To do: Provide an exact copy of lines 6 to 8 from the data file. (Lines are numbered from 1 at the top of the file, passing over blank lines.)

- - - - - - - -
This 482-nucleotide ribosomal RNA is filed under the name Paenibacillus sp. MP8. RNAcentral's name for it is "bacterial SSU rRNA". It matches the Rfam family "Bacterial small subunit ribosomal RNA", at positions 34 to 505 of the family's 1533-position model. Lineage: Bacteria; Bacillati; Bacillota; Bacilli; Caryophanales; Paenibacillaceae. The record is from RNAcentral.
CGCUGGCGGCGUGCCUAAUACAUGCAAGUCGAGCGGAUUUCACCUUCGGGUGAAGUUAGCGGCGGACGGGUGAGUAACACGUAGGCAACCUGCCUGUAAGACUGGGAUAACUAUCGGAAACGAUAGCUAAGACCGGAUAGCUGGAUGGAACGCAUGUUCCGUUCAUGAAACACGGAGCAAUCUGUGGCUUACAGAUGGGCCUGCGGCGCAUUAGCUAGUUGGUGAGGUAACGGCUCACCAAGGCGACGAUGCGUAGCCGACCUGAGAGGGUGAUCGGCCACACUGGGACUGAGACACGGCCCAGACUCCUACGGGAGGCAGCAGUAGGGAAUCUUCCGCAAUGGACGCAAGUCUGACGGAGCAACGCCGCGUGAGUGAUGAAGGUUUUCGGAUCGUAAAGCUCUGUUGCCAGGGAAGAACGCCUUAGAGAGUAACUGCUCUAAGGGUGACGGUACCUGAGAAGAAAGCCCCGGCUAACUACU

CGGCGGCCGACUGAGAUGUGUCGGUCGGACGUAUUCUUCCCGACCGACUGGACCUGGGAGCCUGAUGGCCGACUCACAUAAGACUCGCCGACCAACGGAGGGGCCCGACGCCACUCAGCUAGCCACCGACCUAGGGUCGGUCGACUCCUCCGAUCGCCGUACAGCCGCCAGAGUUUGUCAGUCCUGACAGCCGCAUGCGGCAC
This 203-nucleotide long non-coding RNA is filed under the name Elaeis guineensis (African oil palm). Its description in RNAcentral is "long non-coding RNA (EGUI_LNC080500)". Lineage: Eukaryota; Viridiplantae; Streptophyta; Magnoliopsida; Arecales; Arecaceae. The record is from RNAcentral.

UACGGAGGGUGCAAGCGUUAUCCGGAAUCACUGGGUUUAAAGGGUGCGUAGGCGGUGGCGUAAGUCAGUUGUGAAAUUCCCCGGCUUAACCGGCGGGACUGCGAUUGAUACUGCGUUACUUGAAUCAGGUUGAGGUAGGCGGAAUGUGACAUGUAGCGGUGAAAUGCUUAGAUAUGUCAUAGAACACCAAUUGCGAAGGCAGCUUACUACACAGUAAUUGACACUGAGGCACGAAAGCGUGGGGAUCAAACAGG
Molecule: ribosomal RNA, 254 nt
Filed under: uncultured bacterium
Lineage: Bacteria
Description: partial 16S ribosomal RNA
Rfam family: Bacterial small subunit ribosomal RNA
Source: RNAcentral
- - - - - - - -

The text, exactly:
Molecule: ribosomal RNA, 254 nt
Filed under: uncultured bacterium
Lineage: Bacteria